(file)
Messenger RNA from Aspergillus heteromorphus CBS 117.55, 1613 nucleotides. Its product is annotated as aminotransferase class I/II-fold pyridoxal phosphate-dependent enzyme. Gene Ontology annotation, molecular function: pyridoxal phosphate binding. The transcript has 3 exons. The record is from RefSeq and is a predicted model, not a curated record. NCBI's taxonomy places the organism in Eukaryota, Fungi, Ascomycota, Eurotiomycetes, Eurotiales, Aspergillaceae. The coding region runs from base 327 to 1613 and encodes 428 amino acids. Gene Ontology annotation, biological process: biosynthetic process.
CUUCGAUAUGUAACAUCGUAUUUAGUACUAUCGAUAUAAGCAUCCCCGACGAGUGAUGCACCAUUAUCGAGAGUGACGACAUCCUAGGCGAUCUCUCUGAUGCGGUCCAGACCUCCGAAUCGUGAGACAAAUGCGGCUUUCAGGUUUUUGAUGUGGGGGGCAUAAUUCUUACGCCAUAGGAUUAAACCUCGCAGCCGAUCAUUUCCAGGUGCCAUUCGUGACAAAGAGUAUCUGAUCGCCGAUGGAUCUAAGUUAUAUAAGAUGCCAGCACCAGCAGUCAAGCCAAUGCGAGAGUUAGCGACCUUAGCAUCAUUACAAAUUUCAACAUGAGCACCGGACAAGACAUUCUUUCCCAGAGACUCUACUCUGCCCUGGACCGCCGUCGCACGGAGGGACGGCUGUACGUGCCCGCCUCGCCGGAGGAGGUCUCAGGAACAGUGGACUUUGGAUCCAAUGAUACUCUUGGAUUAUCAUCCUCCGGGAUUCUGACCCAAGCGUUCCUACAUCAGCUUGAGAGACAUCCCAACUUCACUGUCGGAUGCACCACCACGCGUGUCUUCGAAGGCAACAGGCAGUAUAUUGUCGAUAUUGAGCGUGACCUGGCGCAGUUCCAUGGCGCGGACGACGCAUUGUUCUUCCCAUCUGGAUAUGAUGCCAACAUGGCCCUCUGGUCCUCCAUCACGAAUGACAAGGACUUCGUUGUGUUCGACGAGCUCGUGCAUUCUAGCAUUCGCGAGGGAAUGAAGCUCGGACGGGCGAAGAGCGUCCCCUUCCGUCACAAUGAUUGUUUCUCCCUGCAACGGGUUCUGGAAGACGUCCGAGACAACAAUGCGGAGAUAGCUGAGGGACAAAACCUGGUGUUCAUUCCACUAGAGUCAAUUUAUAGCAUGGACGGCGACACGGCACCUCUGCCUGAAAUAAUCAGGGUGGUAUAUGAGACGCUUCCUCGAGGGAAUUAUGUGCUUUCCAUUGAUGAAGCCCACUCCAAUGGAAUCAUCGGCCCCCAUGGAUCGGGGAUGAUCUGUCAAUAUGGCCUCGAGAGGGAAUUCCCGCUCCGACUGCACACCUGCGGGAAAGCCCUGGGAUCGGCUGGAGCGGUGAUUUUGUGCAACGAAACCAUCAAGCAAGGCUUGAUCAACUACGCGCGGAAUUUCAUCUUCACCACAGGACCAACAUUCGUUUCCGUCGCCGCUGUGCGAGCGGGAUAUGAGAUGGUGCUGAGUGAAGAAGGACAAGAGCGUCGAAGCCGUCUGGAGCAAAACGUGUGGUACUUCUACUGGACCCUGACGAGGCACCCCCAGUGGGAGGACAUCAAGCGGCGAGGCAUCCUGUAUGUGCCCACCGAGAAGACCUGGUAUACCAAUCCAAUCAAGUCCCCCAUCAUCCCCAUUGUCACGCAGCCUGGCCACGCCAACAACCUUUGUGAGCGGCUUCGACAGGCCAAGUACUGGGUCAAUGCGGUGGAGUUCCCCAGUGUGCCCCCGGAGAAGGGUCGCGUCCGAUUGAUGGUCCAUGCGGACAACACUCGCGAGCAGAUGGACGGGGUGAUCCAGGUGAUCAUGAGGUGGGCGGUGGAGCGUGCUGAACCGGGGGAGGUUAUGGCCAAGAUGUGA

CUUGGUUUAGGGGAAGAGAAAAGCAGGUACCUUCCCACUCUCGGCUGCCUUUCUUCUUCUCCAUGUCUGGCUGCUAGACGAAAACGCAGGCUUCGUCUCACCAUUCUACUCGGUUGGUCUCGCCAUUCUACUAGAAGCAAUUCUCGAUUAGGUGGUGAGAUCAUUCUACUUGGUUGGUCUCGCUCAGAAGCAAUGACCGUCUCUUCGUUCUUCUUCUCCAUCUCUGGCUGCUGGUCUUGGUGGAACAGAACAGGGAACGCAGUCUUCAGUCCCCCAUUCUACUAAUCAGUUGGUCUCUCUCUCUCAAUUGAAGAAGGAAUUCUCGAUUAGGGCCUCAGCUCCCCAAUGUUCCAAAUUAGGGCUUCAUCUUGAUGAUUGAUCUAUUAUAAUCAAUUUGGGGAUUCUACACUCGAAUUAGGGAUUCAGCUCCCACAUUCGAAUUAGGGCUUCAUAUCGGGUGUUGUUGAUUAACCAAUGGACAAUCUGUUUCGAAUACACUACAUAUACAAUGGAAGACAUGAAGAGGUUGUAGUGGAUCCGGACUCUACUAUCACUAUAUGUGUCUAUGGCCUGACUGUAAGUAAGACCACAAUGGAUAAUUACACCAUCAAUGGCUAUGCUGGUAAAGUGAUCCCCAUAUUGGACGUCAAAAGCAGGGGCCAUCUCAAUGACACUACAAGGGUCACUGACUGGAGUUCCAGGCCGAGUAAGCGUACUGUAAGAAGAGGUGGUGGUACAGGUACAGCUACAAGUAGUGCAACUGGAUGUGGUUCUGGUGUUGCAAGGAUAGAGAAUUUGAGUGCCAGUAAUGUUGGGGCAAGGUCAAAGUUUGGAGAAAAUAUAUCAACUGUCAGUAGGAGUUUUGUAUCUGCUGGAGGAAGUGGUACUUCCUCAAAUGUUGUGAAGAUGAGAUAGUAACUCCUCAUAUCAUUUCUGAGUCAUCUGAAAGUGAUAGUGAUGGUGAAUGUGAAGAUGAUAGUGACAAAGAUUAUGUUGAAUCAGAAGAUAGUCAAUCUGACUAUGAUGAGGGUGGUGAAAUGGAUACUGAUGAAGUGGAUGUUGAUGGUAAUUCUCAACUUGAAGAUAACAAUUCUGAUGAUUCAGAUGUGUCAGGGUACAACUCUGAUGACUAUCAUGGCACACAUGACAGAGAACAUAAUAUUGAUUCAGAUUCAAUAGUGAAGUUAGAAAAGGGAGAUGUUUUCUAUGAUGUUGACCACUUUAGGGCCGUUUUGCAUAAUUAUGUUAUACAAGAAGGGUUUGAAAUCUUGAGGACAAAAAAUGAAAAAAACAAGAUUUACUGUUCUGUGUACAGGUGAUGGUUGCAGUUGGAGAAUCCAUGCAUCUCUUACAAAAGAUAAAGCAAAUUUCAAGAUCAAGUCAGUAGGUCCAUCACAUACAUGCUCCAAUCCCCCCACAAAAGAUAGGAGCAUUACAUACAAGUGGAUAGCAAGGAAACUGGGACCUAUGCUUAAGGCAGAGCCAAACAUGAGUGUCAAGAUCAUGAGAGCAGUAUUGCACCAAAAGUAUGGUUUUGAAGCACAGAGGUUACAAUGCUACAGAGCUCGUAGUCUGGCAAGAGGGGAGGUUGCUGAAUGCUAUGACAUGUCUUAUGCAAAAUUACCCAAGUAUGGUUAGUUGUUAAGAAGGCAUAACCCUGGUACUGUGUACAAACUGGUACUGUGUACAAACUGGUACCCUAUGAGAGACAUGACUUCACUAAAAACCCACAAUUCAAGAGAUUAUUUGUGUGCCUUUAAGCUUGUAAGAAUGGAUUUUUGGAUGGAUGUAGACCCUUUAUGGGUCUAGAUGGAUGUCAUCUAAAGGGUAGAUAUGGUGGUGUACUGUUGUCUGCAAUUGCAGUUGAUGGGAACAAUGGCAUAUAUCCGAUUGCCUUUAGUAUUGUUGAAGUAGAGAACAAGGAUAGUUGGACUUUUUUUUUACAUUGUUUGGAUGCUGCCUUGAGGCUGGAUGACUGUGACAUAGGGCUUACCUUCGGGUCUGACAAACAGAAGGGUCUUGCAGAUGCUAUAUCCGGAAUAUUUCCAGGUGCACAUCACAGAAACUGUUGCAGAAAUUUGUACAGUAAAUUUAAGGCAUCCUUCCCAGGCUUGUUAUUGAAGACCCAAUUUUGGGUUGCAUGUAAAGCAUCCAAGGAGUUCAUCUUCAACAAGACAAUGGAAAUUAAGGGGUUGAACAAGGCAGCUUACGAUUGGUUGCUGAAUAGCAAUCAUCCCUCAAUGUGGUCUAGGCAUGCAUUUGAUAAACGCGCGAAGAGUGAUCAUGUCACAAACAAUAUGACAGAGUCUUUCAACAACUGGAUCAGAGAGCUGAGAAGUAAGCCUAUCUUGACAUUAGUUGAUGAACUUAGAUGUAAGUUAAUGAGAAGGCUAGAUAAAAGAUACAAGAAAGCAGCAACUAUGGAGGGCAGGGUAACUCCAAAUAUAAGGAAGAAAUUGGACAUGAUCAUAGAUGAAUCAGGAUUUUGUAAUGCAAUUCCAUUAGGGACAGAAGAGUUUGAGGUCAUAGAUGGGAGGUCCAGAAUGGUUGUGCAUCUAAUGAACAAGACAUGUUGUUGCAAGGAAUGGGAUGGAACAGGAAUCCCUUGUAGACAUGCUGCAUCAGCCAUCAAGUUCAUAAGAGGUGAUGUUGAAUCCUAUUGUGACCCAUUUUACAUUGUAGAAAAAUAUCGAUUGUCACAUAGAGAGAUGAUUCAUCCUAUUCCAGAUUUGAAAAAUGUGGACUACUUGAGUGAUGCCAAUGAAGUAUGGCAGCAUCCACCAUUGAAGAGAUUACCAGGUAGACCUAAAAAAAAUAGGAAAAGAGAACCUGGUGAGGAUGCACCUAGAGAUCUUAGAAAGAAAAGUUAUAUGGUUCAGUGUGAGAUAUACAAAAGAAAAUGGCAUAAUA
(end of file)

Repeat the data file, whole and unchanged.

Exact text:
Messenger RNA from Aspergillus heteromorphus CBS 117.55, 1613 nucleotides. Its product is annotated as aminotransferase class I/II-fold pyridoxal phosphate-dependent enzyme. Gene Ontology annotation, molecular function: pyridoxal phosphate binding. The transcript has 3 exons. The record is from RefSeq and is a predicted model, not a curated record. NCBI's taxonomy places the organism in Eukaryota, Fungi, Ascomycota, Eurotiomycetes, Eurotiales, Aspergillaceae. The coding region runs from base 327 to 1613 and encodes 428 amino acids. Gene Ontology annotation, biological process: biosynthetic process.
CUUCGAUAUGUAACAUCGUAUUUAGUACUAUCGAUAUAAGCAUCCCCGACGAGUGAUGCACCAUUAUCGAGAGUGACGACAUCCUAGGCGAUCUCUCUGAUGCGGUCCAGACCUCCGAAUCGUGAGACAAAUGCGGCUUUCAGGUUUUUGAUGUGGGGGGCAUAAUUCUUACGCCAUAGGAUUAAACCUCGCAGCCGAUCAUUUCCAGGUGCCAUUCGUGACAAAGAGUAUCUGAUCGCCGAUGGAUCUAAGUUAUAUAAGAUGCCAGCACCAGCAGUCAAGCCAAUGCGAGAGUUAGCGACCUUAGCAUCAUUACAAAUUUCAACAUGAGCACCGGACAAGACAUUCUUUCCCAGAGACUCUACUCUGCCCUGGACCGCCGUCGCACGGAGGGACGGCUGUACGUGCCCGCCUCGCCGGAGGAGGUCUCAGGAACAGUGGACUUUGGAUCCAAUGAUACUCUUGGAUUAUCAUCCUCCGGGAUUCUGACCCAAGCGUUCCUACAUCAGCUUGAGAGACAUCCCAACUUCACUGUCGGAUGCACCACCACGCGUGUCUUCGAAGGCAACAGGCAGUAUAUUGUCGAUAUUGAGCGUGACCUGGCGCAGUUCCAUGGCGCGGACGACGCAUUGUUCUUCCCAUCUGGAUAUGAUGCCAACAUGGCCCUCUGGUCCUCCAUCACGAAUGACAAGGACUUCGUUGUGUUCGACGAGCUCGUGCAUUCUAGCAUUCGCGAGGGAAUGAAGCUCGGACGGGCGAAGAGCGUCCCCUUCCGUCACAAUGAUUGUUUCUCCCUGCAACGGGUUCUGGAAGACGUCCGAGACAACAAUGCGGAGAUAGCUGAGGGACAAAACCUGGUGUUCAUUCCACUAGAGUCAAUUUAUAGCAUGGACGGCGACACGGCACCUCUGCCUGAAAUAAUCAGGGUGGUAUAUGAGACGCUUCCUCGAGGGAAUUAUGUGCUUUCCAUUGAUGAAGCCCACUCCAAUGGAAUCAUCGGCCCCCAUGGAUCGGGGAUGAUCUGUCAAUAUGGCCUCGAGAGGGAAUUCCCGCUCCGACUGCACACCUGCGGGAAAGCCCUGGGAUCGGCUGGAGCGGUGAUUUUGUGCAACGAAACCAUCAAGCAAGGCUUGAUCAACUACGCGCGGAAUUUCAUCUUCACCACAGGACCAACAUUCGUUUCCGUCGCCGCUGUGCGAGCGGGAUAUGAGAUGGUGCUGAGUGAAGAAGGACAAGAGCGUCGAAGCCGUCUGGAGCAAAACGUGUGGUACUUCUACUGGACCCUGACGAGGCACCCCCAGUGGGAGGACAUCAAGCGGCGAGGCAUCCUGUAUGUGCCCACCGAGAAGACCUGGUAUACCAAUCCAAUCAAGUCCCCCAUCAUCCCCAUUGUCACGCAGCCUGGCCACGCCAACAACCUUUGUGAGCGGCUUCGACAGGCCAAGUACUGGGUCAAUGCGGUGGAGUUCCCCAGUGUGCCCCCGGAGAAGGGUCGCGUCCGAUUGAUGGUCCAUGCGGACAACACUCGCGAGCAGAUGGACGGGGUGAUCCAGGUGAUCAUGAGGUGGGCGGUGGAGCGUGCUGAACCGGGGGAGGUUAUGGCCAAGAUGUGA

CUUGGUUUAGGGGAAGAGAAAAGCAGGUACCUUCCCACUCUCGGCUGCCUUUCUUCUUCUCCAUGUCUGGCUGCUAGACGAAAACGCAGGCUUCGUCUCACCAUUCUACUCGGUUGGUCUCGCCAUUCUACUAGAAGCAAUUCUCGAUUAGGUGGUGAGAUCAUUCUACUUGGUUGGUCUCGCUCAGAAGCAAUGACCGUCUCUUCGUUCUUCUUCUCCAUCUCUGGCUGCUGGUCUUGGUGGAACAGAACAGGGAACGCAGUCUUCAGUCCCCCAUUCUACUAAUCAGUUGGUCUCUCUCUCUCAAUUGAAGAAGGAAUUCUCGAUUAGGGCCUCAGCUCCCCAAUGUUCCAAAUUAGGGCUUCAUCUUGAUGAUUGAUCUAUUAUAAUCAAUUUGGGGAUUCUACACUCGAAUUAGGGAUUCAGCUCCCACAUUCGAAUUAGGGCUUCAUAUCGGGUGUUGUUGAUUAACCAAUGGACAAUCUGUUUCGAAUACACUACAUAUACAAUGGAAGACAUGAAGAGGUUGUAGUGGAUCCGGACUCUACUAUCACUAUAUGUGUCUAUGGCCUGACUGUAAGUAAGACCACAAUGGAUAAUUACACCAUCAAUGGCUAUGCUGGUAAAGUGAUCCCCAUAUUGGACGUCAAAAGCAGGGGCCAUCUCAAUGACACUACAAGGGUCACUGACUGGAGUUCCAGGCCGAGUAAGCGUACUGUAAGAAGAGGUGGUGGUACAGGUACAGCUACAAGUAGUGCAACUGGAUGUGGUUCUGGUGUUGCAAGGAUAGAGAAUUUGAGUGCCAGUAAUGUUGGGGCAAGGUCAAAGUUUGGAGAAAAUAUAUCAACUGUCAGUAGGAGUUUUGUAUCUGCUGGAGGAAGUGGUACUUCCUCAAAUGUUGUGAAGAUGAGAUAGUAACUCCUCAUAUCAUUUCUGAGUCAUCUGAAAGUGAUAGUGAUGGUGAAUGUGAAGAUGAUAGUGACAAAGAUUAUGUUGAAUCAGAAGAUAGUCAAUCUGACUAUGAUGAGGGUGGUGAAAUGGAUACUGAUGAAGUGGAUGUUGAUGGUAAUUCUCAACUUGAAGAUAACAAUUCUGAUGAUUCAGAUGUGUCAGGGUACAACUCUGAUGACUAUCAUGGCACACAUGACAGAGAACAUAAUAUUGAUUCAGAUUCAAUAGUGAAGUUAGAAAAGGGAGAUGUUUUCUAUGAUGUUGACCACUUUAGGGCCGUUUUGCAUAAUUAUGUUAUACAAGAAGGGUUUGAAAUCUUGAGGACAAAAAAUGAAAAAAACAAGAUUUACUGUUCUGUGUACAGGUGAUGGUUGCAGUUGGAGAAUCCAUGCAUCUCUUACAAAAGAUAAAGCAAAUUUCAAGAUCAAGUCAGUAGGUCCAUCACAUACAUGCUCCAAUCCCCCCACAAAAGAUAGGAGCAUUACAUACAAGUGGAUAGCAAGGAAACUGGGACCUAUGCUUAAGGCAGAGCCAAACAUGAGUGUCAAGAUCAUGAGAGCAGUAUUGCACCAAAAGUAUGGUUUUGAAGCACAGAGGUUACAAUGCUACAGAGCUCGUAGUCUGGCAAGAGGGGAGGUUGCUGAAUGCUAUGACAUGUCUUAUGCAAAAUUACCCAAGUAUGGUUAGUUGUUAAGAAGGCAUAACCCUGGUACUGUGUACAAACUGGUACUGUGUACAAACUGGUACCCUAUGAGAGACAUGACUUCACUAAAAACCCACAAUUCAAGAGAUUAUUUGUGUGCCUUUAAGCUUGUAAGAAUGGAUUUUUGGAUGGAUGUAGACCCUUUAUGGGUCUAGAUGGAUGUCAUCUAAAGGGUAGAUAUGGUGGUGUACUGUUGUCUGCAAUUGCAGUUGAUGGGAACAAUGGCAUAUAUCCGAUUGCCUUUAGUAUUGUUGAAGUAGAGAACAAGGAUAGUUGGACUUUUUUUUUACAUUGUUUGGAUGCUGCCUUGAGGCUGGAUGACUGUGACAUAGGGCUUACCUUCGGGUCUGACAAACAGAAGGGUCUUGCAGAUGCUAUAUCCGGAAUAUUUCCAGGUGCACAUCACAGAAACUGUUGCAGAAAUUUGUACAGUAAAUUUAAGGCAUCCUUCCCAGGCUUGUUAUUGAAGACCCAAUUUUGGGUUGCAUGUAAAGCAUCCAAGGAGUUCAUCUUCAACAAGACAAUGGAAAUUAAGGGGUUGAACAAGGCAGCUUACGAUUGGUUGCUGAAUAGCAAUCAUCCCUCAAUGUGGUCUAGGCAUGCAUUUGAUAAACGCGCGAAGAGUGAUCAUGUCACAAACAAUAUGACAGAGUCUUUCAACAACUGGAUCAGAGAGCUGAGAAGUAAGCCUAUCUUGACAUUAGUUGAUGAACUUAGAUGUAAGUUAAUGAGAAGGCUAGAUAAAAGAUACAAGAAAGCAGCAACUAUGGAGGGCAGGGUAACUCCAAAUAUAAGGAAGAAAUUGGACAUGAUCAUAGAUGAAUCAGGAUUUUGUAAUGCAAUUCCAUUAGGGACAGAAGAGUUUGAGGUCAUAGAUGGGAGGUCCAGAAUGGUUGUGCAUCUAAUGAACAAGACAUGUUGUUGCAAGGAAUGGGAUGGAACAGGAAUCCCUUGUAGACAUGCUGCAUCAGCCAUCAAGUUCAUAAGAGGUGAUGUUGAAUCCUAUUGUGACCCAUUUUACAUUGUAGAAAAAUAUCGAUUGUCACAUAGAGAGAUGAUUCAUCCUAUUCCAGAUUUGAAAAAUGUGGACUACUUGAGUGAUGCCAAUGAAGUAUGGCAGCAUCCACCAUUGAAGAGAUUACCAGGUAGACCUAAAAAAAAUAGGAAAAGAGAACCUGGUGAGGAUGCACCUAGAGAUCUUAGAAAGAAAAGUUAUAUGGUUCAGUGUGAGAUAUACAAAAGAAAAUGGCAUAAUA